# Pump tracks: Minimum radius for a 260-degree turn?

Hi, pumptrack question…

In your last book you mention, that 6X9m land is needed for a minimal pump track. I have long but narrow land in my backyard, so in one part there is space only for one line that will be ridden in both directions. But the problem is almost 270 degree turn that slould be made in one end… What you think is minimal radius for a 260° turn?

Janez

Janez,

When we built our first pump track (at the old The Fix Bike Shop in Boulder, CO), the radius of the 180-degree turn was less than 2 meters. We didn’t know any better, and we could barely ride it at first! But we all learned to ride it.

A certain world champion named Brian Lopes rode it just fine:

1) Make the radius as large as possible. If you build a vertical retaining wall on the back of your berm, that leaves more space for a wider turn.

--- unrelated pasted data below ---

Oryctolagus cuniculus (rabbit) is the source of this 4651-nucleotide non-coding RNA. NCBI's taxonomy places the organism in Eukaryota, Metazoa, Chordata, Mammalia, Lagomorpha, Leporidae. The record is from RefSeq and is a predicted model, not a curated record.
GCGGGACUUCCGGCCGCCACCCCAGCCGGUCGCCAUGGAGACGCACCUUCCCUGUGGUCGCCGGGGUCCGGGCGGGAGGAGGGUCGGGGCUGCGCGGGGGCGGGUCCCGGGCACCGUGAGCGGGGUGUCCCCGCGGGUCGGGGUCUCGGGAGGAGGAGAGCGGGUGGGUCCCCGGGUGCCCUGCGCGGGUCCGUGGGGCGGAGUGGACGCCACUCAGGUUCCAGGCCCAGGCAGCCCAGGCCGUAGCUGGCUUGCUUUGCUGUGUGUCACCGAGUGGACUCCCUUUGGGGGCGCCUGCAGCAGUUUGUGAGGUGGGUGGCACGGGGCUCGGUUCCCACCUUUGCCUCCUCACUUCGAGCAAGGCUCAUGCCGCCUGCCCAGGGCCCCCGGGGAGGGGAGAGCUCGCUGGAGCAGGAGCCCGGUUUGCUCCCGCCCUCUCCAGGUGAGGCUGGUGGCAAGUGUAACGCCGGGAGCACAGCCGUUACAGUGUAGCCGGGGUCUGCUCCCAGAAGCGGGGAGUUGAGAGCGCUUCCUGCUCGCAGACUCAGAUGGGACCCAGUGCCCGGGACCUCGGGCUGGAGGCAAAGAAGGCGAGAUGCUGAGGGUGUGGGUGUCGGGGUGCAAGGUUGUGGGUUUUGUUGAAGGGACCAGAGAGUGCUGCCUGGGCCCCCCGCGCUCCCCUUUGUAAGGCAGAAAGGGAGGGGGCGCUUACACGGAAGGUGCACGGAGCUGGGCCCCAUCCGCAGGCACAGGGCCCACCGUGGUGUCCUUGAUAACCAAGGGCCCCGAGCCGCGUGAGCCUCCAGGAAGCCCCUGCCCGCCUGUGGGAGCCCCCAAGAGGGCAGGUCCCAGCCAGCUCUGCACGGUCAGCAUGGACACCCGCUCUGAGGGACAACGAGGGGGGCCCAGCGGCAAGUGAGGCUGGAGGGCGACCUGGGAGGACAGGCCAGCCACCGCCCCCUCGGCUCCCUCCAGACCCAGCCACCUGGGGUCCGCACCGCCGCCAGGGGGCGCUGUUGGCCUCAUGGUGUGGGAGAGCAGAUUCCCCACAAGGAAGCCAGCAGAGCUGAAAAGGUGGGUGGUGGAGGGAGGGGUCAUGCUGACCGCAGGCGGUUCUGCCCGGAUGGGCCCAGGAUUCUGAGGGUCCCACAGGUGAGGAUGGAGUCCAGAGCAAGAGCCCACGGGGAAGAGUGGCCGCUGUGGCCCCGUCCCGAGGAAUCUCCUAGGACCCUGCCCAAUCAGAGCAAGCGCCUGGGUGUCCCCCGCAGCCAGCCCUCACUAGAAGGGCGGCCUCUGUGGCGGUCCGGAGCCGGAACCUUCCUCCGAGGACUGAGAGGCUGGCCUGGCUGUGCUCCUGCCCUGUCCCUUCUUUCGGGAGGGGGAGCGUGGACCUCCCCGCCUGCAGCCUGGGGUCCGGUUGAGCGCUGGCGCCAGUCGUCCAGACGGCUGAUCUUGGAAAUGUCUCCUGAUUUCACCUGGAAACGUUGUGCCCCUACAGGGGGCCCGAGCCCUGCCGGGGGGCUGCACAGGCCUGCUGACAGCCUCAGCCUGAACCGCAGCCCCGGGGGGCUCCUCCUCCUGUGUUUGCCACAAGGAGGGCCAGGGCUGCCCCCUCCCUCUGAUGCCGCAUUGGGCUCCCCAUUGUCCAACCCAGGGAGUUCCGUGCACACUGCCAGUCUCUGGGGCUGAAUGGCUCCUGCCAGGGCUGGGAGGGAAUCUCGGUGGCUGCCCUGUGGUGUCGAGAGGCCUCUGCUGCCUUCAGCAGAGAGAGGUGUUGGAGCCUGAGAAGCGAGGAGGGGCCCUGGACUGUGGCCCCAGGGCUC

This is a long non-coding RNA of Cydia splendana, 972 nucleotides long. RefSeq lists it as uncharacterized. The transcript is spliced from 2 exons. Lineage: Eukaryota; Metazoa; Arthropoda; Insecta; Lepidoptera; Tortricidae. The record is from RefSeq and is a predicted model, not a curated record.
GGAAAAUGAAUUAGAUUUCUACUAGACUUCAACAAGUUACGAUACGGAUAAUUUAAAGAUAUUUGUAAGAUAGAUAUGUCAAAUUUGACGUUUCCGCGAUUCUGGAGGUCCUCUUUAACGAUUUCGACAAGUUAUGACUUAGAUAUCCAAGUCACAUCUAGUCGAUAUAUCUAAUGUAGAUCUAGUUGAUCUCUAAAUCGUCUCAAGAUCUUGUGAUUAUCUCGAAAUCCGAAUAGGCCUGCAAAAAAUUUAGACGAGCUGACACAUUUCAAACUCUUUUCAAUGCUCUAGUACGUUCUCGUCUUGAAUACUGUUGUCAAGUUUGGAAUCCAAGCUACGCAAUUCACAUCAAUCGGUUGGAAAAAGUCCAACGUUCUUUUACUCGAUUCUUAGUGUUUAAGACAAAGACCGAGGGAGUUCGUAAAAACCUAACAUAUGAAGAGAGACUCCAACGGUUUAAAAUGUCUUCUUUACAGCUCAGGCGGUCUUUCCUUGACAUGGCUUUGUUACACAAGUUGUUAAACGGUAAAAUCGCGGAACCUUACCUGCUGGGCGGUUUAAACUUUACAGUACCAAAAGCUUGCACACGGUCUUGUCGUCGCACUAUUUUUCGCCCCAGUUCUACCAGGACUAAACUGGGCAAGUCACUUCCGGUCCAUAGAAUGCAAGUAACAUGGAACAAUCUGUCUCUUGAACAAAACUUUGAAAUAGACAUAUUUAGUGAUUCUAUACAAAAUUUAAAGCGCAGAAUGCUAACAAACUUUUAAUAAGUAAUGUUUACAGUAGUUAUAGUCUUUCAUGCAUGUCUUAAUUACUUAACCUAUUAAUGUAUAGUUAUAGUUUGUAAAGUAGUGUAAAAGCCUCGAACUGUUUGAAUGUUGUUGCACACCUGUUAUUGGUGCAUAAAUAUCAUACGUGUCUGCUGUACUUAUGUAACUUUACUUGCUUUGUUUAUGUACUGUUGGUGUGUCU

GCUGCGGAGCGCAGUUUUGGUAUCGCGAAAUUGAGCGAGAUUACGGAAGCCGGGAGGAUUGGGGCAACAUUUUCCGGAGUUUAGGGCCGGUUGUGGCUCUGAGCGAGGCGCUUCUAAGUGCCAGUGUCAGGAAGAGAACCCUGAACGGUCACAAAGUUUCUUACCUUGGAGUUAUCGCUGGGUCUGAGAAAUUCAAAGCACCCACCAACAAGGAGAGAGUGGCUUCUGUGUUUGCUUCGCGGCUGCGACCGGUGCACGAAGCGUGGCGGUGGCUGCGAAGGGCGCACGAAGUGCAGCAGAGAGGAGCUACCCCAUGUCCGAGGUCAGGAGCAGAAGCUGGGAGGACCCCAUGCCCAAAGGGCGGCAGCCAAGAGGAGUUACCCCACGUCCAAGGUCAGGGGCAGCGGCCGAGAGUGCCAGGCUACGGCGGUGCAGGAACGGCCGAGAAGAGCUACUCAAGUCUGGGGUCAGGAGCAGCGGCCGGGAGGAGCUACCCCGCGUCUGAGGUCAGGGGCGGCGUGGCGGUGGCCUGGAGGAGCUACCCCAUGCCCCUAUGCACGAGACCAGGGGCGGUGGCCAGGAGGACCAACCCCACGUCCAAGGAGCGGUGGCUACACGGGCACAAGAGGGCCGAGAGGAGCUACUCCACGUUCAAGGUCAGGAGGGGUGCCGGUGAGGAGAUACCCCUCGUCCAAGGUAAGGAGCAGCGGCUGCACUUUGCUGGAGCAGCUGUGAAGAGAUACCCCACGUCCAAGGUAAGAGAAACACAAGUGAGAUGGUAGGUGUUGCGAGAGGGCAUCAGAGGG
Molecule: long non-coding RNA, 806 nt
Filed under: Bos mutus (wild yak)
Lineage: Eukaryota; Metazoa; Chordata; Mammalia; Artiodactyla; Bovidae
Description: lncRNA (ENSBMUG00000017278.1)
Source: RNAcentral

2) Let’s say 2 meters is the tightest you want to go. It’s tightest I’ve seen that works. The wider the better, up to about 4 meters. The sweet spot is about 3 meters (10-12 feet).

3) Make the berm as steep as possible. It should transition smoothly from level in the middle of the turn to steep at the top of the berm. Strive for a 70-degree angle on the high riding line. This will support a 3G turn, and that’s plenty. In the Lopes shot above, notice how he’s extending his left foot? That’s because the berm isn’t steep enough for the speed he’s carrying, and he needs more edging bite. If you build your berm correctly, you’ll be able to pump it with level feet.

4) Plan thrice. Measure twice. Build once. Ride infinitely.

Lee

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